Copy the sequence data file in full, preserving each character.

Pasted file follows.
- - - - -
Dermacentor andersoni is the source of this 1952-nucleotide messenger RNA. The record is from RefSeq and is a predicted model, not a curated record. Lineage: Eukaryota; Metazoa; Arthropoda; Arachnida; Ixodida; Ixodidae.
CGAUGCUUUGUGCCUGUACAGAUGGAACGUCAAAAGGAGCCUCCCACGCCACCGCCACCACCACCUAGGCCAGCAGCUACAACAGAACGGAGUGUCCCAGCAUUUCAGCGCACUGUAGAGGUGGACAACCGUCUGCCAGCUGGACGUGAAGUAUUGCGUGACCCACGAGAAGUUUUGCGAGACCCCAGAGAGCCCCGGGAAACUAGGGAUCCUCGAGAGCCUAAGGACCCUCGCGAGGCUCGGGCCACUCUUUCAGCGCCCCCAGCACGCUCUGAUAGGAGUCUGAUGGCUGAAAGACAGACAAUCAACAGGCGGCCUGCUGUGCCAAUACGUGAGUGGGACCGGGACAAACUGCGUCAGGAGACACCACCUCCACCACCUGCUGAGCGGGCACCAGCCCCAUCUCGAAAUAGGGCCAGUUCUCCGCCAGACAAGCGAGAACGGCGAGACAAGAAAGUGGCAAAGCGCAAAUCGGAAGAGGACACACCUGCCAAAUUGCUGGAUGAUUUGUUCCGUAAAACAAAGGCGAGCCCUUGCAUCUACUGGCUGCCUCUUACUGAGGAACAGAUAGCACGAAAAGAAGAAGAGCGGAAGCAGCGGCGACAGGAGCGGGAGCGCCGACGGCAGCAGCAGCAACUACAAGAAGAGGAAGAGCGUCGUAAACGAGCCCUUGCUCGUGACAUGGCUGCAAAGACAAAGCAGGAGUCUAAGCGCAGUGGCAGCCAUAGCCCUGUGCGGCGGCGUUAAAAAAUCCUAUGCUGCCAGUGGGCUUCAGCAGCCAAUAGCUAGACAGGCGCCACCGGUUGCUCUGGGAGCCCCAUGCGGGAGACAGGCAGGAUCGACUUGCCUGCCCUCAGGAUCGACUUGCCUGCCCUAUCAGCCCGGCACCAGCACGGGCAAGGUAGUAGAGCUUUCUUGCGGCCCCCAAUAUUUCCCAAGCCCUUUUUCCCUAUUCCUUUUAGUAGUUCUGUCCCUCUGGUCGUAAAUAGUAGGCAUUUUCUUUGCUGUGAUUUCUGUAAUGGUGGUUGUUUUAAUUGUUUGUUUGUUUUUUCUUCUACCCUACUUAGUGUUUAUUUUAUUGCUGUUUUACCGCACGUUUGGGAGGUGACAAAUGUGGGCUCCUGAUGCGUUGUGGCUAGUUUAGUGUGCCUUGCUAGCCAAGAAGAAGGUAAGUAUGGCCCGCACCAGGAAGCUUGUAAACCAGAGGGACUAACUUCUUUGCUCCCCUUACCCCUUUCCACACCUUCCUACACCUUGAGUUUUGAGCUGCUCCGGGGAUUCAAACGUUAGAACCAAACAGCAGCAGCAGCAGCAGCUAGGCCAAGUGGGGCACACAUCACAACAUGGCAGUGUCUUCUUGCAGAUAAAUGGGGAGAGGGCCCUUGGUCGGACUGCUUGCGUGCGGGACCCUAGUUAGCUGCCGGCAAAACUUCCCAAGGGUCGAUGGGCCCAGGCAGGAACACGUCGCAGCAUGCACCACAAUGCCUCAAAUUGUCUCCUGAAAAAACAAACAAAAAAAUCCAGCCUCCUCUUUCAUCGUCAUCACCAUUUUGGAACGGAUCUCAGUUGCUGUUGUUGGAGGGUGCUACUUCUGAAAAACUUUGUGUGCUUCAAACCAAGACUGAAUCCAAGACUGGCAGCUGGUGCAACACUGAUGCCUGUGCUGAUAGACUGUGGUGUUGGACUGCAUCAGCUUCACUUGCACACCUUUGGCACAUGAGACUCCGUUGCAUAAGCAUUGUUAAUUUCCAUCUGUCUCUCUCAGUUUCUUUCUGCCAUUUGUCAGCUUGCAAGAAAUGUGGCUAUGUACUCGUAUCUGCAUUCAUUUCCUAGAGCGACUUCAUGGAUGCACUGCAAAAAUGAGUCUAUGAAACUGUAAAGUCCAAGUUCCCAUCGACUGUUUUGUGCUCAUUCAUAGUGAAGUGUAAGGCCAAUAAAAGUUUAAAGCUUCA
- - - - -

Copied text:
Dermacentor andersoni is the source of this 1952-nucleotide messenger RNA. The record is from RefSeq and is a predicted model, not a curated record. Lineage: Eukaryota; Metazoa; Arthropoda; Arachnida; Ixodida; Ixodidae.
CGAUGCUUUGUGCCUGUACAGAUGGAACGUCAAAAGGAGCCUCCCACGCCACCGCCACCACCACCUAGGCCAGCAGCUACAACAGAACGGAGUGUCCCAGCAUUUCAGCGCACUGUAGAGGUGGACAACCGUCUGCCAGCUGGACGUGAAGUAUUGCGUGACCCACGAGAAGUUUUGCGAGACCCCAGAGAGCCCCGGGAAACUAGGGAUCCUCGAGAGCCUAAGGACCCUCGCGAGGCUCGGGCCACUCUUUCAGCGCCCCCAGCACGCUCUGAUAGGAGUCUGAUGGCUGAAAGACAGACAAUCAACAGGCGGCCUGCUGUGCCAAUACGUGAGUGGGACCGGGACAAACUGCGUCAGGAGACACCACCUCCACCACCUGCUGAGCGGGCACCAGCCCCAUCUCGAAAUAGGGCCAGUUCUCCGCCAGACAAGCGAGAACGGCGAGACAAGAAAGUGGCAAAGCGCAAAUCGGAAGAGGACACACCUGCCAAAUUGCUGGAUGAUUUGUUCCGUAAAACAAAGGCGAGCCCUUGCAUCUACUGGCUGCCUCUUACUGAGGAACAGAUAGCACGAAAAGAAGAAGAGCGGAAGCAGCGGCGACAGGAGCGGGAGCGCCGACGGCAGCAGCAGCAACUACAAGAAGAGGAAGAGCGUCGUAAACGAGCCCUUGCUCGUGACAUGGCUGCAAAGACAAAGCAGGAGUCUAAGCGCAGUGGCAGCCAUAGCCCUGUGCGGCGGCGUUAAAAAAUCCUAUGCUGCCAGUGGGCUUCAGCAGCCAAUAGCUAGACAGGCGCCACCGGUUGCUCUGGGAGCCCCAUGCGGGAGACAGGCAGGAUCGACUUGCCUGCCCUCAGGAUCGACUUGCCUGCCCUAUCAGCCCGGCACCAGCACGGGCAAGGUAGUAGAGCUUUCUUGCGGCCCCCAAUAUUUCCCAAGCCCUUUUUCCCUAUUCCUUUUAGUAGUUCUGUCCCUCUGGUCGUAAAUAGUAGGCAUUUUCUUUGCUGUGAUUUCUGUAAUGGUGGUUGUUUUAAUUGUUUGUUUGUUUUUUCUUCUACCCUACUUAGUGUUUAUUUUAUUGCUGUUUUACCGCACGUUUGGGAGGUGACAAAUGUGGGCUCCUGAUGCGUUGUGGCUAGUUUAGUGUGCCUUGCUAGCCAAGAAGAAGGUAAGUAUGGCCCGCACCAGGAAGCUUGUAAACCAGAGGGACUAACUUCUUUGCUCCCCUUACCCCUUUCCACACCUUCCUACACCUUGAGUUUUGAGCUGCUCCGGGGAUUCAAACGUUAGAACCAAACAGCAGCAGCAGCAGCAGCUAGGCCAAGUGGGGCACACAUCACAACAUGGCAGUGUCUUCUUGCAGAUAAAUGGGGAGAGGGCCCUUGGUCGGACUGCUUGCGUGCGGGACCCUAGUUAGCUGCCGGCAAAACUUCCCAAGGGUCGAUGGGCCCAGGCAGGAACACGUCGCAGCAUGCACCACAAUGCCUCAAAUUGUCUCCUGAAAAAACAAACAAAAAAAUCCAGCCUCCUCUUUCAUCGUCAUCACCAUUUUGGAACGGAUCUCAGUUGCUGUUGUUGGAGGGUGCUACUUCUGAAAAACUUUGUGUGCUUCAAACCAAGACUGAAUCCAAGACUGGCAGCUGGUGCAACACUGAUGCCUGUGCUGAUAGACUGUGGUGUUGGACUGCAUCAGCUUCACUUGCACACCUUUGGCACAUGAGACUCCGUUGCAUAAGCAUUGUUAAUUUCCAUCUGUCUCUCUCAGUUUCUUUCUGCCAUUUGUCAGCUUGCAAGAAAUGUGGCUAUGUACUCGUAUCUGCAUUCAUUUCCUAGAGCGACUUCAUGGAUGCACUGCAAAAAUGAGUCUAUGAAACUGUAAAGUCCAAGUUCCCAUCGACUGUUUUGUGCUCAUUCAUAGUGAAGUGUAAGGCCAAUAAAAGUUUAAAGCUUCA